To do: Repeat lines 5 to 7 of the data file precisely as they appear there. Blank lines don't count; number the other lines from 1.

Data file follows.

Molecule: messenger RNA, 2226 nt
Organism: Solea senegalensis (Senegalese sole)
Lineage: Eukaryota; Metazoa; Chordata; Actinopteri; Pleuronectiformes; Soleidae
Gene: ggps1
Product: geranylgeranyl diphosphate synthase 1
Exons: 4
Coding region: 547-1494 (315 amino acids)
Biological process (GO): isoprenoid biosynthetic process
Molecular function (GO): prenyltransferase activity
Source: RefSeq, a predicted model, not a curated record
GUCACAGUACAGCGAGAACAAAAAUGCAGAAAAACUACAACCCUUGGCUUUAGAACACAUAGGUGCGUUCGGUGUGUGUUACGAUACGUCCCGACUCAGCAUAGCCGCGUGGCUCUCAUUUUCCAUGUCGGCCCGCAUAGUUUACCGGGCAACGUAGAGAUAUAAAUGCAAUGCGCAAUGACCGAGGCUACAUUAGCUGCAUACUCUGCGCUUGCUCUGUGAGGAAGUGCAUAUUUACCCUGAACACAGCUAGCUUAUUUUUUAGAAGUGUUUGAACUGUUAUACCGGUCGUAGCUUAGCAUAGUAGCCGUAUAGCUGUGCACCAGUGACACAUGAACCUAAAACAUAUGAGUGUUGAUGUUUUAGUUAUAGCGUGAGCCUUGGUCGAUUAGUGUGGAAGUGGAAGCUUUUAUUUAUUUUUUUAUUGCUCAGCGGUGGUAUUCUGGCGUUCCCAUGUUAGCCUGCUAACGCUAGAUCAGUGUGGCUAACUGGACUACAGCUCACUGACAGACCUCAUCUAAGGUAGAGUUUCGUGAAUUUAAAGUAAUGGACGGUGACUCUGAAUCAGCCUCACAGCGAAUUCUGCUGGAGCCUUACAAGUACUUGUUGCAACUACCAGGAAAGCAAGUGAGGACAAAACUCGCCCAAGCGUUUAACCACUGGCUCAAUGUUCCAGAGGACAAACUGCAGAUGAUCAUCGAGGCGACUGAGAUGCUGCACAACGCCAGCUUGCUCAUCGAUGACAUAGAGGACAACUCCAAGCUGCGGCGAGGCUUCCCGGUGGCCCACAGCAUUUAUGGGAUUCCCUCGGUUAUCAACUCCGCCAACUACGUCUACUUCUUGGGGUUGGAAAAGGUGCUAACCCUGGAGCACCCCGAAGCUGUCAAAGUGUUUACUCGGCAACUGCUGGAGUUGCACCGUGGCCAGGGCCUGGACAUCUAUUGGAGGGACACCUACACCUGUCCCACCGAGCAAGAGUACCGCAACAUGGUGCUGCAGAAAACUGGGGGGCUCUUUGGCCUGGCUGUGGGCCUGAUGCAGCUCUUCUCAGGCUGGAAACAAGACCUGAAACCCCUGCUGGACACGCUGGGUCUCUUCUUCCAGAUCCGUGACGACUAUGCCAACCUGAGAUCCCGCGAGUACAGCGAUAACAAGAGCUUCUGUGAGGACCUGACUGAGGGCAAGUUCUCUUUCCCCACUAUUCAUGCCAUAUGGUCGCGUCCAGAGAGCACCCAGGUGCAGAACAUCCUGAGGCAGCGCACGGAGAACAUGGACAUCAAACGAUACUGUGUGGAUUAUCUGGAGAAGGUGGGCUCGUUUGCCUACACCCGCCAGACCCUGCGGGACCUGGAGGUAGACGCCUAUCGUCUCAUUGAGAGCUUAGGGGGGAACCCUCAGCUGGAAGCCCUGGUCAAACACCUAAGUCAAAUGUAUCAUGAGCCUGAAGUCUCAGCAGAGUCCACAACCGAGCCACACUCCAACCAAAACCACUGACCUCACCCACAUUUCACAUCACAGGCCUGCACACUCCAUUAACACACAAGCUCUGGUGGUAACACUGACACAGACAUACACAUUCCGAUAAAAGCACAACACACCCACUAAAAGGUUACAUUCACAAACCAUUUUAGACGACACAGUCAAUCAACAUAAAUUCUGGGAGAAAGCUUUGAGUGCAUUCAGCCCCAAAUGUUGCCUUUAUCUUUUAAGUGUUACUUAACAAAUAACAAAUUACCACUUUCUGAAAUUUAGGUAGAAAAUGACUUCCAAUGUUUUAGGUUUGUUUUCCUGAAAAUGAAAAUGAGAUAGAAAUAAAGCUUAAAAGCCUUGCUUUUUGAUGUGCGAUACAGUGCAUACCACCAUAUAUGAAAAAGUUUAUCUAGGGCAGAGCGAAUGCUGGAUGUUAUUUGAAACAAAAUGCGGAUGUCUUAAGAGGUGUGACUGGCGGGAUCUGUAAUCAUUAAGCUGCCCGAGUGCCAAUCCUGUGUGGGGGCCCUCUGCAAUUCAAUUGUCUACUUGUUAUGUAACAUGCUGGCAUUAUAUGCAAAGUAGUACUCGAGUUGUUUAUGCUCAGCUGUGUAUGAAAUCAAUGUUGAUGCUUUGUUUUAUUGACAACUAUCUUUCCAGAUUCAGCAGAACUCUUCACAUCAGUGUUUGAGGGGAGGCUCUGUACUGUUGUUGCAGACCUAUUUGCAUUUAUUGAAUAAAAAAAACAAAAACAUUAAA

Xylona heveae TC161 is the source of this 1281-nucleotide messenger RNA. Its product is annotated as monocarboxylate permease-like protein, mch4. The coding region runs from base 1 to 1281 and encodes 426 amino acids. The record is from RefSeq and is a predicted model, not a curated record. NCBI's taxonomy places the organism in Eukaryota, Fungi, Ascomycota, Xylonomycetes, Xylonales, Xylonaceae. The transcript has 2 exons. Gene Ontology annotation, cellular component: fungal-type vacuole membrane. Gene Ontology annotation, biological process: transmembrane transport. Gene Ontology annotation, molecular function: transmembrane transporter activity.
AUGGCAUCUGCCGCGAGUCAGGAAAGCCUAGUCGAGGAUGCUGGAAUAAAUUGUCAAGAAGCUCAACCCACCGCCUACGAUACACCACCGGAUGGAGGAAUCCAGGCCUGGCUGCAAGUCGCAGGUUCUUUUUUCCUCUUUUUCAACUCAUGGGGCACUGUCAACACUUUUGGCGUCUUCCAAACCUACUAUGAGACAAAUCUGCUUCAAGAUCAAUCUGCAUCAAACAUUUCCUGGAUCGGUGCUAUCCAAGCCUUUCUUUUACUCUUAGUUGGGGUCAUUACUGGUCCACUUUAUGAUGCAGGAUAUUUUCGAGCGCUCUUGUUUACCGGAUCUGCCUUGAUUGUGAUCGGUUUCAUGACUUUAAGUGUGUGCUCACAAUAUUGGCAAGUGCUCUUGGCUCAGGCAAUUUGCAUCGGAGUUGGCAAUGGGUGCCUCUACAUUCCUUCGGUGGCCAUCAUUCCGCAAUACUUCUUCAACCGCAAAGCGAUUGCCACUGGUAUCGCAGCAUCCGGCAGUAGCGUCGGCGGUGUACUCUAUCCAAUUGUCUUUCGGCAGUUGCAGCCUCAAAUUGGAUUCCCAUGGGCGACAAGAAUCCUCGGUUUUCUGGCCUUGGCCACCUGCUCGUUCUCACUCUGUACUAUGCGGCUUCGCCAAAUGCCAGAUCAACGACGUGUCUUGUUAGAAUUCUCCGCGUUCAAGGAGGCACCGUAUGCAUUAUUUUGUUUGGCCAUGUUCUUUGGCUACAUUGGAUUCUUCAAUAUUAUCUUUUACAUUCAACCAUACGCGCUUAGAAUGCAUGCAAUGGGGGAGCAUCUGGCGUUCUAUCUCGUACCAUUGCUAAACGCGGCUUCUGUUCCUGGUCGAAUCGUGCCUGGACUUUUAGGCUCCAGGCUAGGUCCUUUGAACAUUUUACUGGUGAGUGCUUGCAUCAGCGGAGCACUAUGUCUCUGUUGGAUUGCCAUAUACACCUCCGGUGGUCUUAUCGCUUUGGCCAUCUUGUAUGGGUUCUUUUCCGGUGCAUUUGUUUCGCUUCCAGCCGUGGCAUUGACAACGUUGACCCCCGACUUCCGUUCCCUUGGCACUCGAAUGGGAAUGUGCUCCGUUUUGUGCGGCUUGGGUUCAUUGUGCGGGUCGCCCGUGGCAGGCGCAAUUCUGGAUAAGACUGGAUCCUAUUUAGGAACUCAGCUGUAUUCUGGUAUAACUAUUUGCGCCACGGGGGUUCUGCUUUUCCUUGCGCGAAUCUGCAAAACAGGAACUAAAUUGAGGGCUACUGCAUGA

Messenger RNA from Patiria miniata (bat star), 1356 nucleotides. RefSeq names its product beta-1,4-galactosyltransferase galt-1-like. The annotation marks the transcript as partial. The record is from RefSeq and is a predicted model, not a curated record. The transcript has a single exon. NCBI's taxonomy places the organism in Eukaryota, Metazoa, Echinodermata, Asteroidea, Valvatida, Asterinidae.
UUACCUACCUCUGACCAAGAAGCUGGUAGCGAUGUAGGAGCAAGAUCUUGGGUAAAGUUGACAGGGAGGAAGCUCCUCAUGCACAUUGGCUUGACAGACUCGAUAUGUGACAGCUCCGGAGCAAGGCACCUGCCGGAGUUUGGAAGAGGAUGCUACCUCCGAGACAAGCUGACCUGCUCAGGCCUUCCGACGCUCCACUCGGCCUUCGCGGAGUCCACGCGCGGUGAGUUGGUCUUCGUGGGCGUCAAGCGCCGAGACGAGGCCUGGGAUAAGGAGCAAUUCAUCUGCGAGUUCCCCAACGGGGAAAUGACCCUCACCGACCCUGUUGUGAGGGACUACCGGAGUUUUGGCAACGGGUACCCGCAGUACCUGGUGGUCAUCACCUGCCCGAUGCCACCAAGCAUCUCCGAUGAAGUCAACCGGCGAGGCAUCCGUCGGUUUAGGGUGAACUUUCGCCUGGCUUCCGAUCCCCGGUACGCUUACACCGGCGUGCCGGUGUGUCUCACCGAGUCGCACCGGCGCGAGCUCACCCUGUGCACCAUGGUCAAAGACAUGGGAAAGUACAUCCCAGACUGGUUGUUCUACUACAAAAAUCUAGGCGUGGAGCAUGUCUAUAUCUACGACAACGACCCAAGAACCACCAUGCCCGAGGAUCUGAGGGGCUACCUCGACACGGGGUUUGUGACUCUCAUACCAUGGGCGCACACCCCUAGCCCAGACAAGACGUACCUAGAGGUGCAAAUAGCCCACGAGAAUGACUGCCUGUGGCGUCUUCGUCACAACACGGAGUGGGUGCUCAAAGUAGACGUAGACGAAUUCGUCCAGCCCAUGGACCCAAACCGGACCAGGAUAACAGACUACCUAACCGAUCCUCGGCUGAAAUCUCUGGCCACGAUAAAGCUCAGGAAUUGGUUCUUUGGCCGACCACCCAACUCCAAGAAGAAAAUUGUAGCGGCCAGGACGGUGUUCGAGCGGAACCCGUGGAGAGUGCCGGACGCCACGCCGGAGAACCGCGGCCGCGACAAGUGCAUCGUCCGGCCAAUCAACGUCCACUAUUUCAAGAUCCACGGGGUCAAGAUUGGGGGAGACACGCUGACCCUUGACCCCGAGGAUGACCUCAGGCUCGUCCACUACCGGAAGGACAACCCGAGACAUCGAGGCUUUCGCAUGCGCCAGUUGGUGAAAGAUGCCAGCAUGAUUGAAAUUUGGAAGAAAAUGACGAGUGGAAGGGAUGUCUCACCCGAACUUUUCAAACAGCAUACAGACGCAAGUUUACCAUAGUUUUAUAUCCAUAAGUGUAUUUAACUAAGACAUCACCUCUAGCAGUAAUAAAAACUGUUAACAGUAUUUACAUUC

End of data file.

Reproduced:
Product: geranylgeranyl diphosphate synthase 1
Exons: 4
Coding region: 547-1494 (315 amino acids)